The Indian Child Welfare Act

A primary point of advocacy for youth today is the protection of ICWA, currently being challenged in Haaland v. Brackeen, Cherokee Nation v. Brackeen, Texas v. Haaland, Brackeen v. Haaland. When focusing on shaping policy and ICWA protections in the discussion, Alejandra Gomez (Ojibwe Cree) stressed the significance of including youth directly affected by ICWA within discussions and policy developments surrounding it. As a foster youth themselves, they shared, “We understand what it is honestly like to live in these conditions and what needs to be changed.” Veronica Krupnick (Hopi Tribe) shared the impacts of being adopted out to non-Native families from a first-hand perspective. Native youth belong in their communities, where they have access to culture, family, and support. Native youth are passionate about ensuring their peers and the younger generations are protected.

Food Sovereignty

Food sovereignty is the right for Indigenous Peoples to define their own agricultural, labor, fishing, food and land policies that are ecologically, socially, economically and culturally appropriate. Tribes are establishing and uplifting food sovereignty in a number of ways and youth are leading much of these efforts, underscoring the need for tribes to listen to their young leaders. Sam Schimmel (Siberian Yupik and Kenaitze Indian) discussed the grassroot initiative that he leads: Operation Fish Drop. The effort is a collective of Alaskan Natives working to address the barriers the pandemic brought forth onto the matter of food insecurity. Through his involvement, Sam was able to witness firsthand how mental health was impacted in the community. He soon realized that many factors play into mental health like food, culture, responsibility, opportunity, and more.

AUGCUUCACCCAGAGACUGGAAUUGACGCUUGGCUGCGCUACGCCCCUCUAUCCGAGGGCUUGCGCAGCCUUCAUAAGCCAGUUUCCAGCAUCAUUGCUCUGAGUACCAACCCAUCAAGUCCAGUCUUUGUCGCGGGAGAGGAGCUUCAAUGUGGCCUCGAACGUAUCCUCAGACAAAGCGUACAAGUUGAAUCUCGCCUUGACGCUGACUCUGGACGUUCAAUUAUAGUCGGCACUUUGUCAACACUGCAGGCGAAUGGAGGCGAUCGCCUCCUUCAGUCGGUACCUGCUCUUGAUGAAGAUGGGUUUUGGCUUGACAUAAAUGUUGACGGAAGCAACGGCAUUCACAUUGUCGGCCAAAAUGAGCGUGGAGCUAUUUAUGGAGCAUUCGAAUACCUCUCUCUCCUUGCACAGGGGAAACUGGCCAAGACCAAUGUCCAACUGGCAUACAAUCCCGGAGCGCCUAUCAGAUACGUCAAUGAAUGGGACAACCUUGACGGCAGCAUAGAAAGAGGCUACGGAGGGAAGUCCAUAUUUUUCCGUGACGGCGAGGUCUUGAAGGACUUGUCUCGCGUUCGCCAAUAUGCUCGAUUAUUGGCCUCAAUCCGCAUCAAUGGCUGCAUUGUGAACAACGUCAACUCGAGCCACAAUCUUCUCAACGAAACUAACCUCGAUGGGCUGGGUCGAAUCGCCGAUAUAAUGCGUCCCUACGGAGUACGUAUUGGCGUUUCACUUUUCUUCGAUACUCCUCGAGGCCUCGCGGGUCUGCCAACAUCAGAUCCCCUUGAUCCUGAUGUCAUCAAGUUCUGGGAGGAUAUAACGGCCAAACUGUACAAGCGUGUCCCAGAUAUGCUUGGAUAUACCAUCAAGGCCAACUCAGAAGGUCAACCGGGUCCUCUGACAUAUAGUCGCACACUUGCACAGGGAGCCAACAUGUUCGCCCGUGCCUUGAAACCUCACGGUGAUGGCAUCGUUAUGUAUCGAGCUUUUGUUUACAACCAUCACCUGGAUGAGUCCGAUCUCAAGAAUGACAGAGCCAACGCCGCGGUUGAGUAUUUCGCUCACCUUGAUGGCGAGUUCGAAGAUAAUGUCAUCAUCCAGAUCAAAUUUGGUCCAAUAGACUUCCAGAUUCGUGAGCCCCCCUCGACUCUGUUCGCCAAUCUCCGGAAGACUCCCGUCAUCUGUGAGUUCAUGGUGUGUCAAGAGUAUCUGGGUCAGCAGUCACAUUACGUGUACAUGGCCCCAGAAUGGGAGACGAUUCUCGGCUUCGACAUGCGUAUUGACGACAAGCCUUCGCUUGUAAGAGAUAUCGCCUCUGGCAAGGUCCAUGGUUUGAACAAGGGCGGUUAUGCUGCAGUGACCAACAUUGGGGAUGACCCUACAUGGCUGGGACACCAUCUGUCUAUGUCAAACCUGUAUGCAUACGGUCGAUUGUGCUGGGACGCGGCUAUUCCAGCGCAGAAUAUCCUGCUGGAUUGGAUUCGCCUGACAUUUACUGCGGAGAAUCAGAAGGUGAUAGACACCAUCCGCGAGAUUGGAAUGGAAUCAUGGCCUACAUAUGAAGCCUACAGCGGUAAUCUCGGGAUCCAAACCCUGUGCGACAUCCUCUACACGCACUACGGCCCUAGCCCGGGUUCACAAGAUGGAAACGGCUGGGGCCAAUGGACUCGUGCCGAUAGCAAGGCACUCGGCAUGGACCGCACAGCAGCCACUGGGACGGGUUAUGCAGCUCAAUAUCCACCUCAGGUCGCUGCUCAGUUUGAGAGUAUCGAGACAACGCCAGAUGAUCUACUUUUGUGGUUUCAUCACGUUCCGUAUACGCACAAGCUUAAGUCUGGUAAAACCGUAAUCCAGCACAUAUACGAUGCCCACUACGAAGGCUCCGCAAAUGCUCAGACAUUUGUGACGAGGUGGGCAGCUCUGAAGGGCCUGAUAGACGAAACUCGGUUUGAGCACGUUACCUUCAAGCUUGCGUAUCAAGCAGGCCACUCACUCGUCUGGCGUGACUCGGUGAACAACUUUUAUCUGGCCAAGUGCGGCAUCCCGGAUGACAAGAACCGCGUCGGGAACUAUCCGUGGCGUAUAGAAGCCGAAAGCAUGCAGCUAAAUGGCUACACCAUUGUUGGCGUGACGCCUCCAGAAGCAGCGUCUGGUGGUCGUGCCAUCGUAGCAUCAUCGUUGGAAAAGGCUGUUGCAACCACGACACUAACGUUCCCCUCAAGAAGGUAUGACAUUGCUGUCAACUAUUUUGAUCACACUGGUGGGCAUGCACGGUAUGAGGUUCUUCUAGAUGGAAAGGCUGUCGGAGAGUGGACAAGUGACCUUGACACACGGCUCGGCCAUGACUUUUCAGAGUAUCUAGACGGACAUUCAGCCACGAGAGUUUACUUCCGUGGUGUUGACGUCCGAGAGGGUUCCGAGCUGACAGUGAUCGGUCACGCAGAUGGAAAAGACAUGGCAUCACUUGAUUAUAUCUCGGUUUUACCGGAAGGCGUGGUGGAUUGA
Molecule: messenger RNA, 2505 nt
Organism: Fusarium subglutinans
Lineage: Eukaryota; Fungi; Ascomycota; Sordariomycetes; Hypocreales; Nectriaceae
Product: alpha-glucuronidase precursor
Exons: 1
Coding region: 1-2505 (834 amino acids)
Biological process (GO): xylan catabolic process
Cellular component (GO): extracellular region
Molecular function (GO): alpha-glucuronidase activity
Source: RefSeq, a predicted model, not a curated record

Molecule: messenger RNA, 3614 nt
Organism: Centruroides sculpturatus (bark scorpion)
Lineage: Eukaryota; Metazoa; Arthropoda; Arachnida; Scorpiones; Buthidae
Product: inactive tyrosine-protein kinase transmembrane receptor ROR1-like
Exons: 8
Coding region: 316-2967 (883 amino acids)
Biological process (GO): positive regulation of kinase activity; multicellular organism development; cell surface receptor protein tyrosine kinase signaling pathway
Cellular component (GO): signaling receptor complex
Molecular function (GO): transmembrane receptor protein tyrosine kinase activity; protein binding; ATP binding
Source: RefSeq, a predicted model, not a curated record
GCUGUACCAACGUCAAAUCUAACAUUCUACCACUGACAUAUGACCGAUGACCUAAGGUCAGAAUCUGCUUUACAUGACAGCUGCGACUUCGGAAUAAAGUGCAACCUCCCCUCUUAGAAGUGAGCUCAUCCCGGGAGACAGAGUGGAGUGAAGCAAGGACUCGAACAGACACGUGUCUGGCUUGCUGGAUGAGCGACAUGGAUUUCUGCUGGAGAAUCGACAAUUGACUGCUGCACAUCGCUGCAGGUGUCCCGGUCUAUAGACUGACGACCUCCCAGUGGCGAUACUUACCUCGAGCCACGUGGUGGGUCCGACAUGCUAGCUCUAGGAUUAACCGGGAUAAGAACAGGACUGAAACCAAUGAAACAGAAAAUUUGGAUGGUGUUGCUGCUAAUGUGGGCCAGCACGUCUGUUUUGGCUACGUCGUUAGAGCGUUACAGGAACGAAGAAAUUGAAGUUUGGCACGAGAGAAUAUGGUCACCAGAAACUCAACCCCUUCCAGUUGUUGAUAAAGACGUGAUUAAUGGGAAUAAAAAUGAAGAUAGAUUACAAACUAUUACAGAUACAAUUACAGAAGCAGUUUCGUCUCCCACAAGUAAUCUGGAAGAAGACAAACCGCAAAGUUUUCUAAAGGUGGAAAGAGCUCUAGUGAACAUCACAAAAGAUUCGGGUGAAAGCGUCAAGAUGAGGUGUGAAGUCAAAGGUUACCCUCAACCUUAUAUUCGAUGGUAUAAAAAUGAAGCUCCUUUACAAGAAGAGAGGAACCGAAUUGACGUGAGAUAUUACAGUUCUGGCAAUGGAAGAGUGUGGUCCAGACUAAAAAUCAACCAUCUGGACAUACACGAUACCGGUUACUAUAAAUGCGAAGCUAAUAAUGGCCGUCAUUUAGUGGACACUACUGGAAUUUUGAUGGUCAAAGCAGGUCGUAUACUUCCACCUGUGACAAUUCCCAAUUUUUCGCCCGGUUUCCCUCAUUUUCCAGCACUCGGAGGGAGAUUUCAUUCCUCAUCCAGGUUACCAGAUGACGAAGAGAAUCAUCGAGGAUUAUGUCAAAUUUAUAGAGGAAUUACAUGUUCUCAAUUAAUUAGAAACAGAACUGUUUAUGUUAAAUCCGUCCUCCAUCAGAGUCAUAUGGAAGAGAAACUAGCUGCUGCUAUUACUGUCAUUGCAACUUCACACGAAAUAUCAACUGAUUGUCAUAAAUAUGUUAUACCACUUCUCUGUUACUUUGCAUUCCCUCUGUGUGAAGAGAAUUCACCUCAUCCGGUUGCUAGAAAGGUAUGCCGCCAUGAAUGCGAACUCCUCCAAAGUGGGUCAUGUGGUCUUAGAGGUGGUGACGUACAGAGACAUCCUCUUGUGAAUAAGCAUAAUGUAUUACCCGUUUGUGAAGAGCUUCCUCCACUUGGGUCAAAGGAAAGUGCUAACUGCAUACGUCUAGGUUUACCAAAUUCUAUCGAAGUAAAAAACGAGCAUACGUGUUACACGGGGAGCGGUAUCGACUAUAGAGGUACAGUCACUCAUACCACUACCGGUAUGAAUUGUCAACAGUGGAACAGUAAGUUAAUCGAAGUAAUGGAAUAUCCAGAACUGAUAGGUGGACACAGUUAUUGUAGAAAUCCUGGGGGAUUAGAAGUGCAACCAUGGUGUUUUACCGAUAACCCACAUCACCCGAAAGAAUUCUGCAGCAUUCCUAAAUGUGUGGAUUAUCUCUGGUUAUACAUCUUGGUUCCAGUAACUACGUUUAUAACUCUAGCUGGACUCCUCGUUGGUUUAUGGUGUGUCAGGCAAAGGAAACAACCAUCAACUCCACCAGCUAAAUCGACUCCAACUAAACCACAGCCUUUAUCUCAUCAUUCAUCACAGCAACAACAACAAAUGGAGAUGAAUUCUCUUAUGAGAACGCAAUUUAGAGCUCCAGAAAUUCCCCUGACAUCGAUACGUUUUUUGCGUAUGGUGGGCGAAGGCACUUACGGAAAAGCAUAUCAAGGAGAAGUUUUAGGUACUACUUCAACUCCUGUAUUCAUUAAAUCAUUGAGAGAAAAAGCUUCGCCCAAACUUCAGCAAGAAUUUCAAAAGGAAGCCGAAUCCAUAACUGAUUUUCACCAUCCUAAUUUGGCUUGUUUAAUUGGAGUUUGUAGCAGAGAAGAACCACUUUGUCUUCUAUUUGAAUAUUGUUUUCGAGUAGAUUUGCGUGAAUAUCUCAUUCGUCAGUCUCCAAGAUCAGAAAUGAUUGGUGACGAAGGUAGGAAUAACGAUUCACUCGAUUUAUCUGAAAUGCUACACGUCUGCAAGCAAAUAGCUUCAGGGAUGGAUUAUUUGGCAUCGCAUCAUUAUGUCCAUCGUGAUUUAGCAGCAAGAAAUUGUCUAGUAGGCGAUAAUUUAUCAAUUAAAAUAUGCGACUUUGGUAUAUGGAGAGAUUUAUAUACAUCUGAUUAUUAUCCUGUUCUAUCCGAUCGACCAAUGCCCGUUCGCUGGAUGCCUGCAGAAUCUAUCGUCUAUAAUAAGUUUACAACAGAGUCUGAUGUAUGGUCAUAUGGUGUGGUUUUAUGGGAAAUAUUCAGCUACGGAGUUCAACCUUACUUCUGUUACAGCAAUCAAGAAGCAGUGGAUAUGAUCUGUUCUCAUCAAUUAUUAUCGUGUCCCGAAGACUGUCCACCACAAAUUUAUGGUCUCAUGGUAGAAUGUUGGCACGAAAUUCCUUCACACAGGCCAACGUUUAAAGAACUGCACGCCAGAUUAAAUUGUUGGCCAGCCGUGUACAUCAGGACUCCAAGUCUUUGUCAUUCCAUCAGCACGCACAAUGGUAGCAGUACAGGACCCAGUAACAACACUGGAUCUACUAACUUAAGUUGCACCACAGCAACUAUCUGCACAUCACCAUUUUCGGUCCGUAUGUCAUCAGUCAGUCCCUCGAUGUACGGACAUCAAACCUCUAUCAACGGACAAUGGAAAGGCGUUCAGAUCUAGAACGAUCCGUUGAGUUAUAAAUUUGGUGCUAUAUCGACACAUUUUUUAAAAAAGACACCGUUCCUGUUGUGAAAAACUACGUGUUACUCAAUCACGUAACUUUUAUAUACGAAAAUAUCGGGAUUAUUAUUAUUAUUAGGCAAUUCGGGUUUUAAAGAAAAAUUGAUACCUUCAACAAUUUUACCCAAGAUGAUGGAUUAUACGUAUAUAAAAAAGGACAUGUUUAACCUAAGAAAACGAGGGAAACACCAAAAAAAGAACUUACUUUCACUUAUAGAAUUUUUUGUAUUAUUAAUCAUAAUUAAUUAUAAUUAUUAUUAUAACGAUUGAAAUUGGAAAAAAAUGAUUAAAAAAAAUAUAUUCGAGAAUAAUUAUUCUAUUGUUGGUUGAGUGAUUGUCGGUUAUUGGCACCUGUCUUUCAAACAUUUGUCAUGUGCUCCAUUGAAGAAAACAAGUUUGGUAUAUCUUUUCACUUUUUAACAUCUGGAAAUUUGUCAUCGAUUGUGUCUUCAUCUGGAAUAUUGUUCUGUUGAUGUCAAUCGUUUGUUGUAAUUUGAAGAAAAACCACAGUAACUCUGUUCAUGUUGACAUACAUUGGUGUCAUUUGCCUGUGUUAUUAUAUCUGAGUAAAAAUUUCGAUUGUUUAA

Mental Health

The pandemic magnified mental health as a serious issue. To move forward in a positive direction Tribal leaders must aid in creating accessible resources and support for Native youth. Anthony Tamez (First Nations Cree, Sicangu, and Black) shared how his community was able to positively impact mental health, “through a more culturally competent approach we were able to open a garden space in the city of Chicago- an intergenerational healing space for Native Americans of all ages. This space is unique because it allows us to practice our culture and connect with Natives from all backgrounds.” Lily Painter (Kiowa) noted that “self-care comes in many forms; through art, dancing, beading, weaving, and many more. There has to be an alliance between the native youth and the elders and providing cultural means of healing for native youth.” Native youth understand that mental health can be uplifted through means of culture and that culture is a protective factor. It is of great importance that tribes work to ensure the health of all their peoples.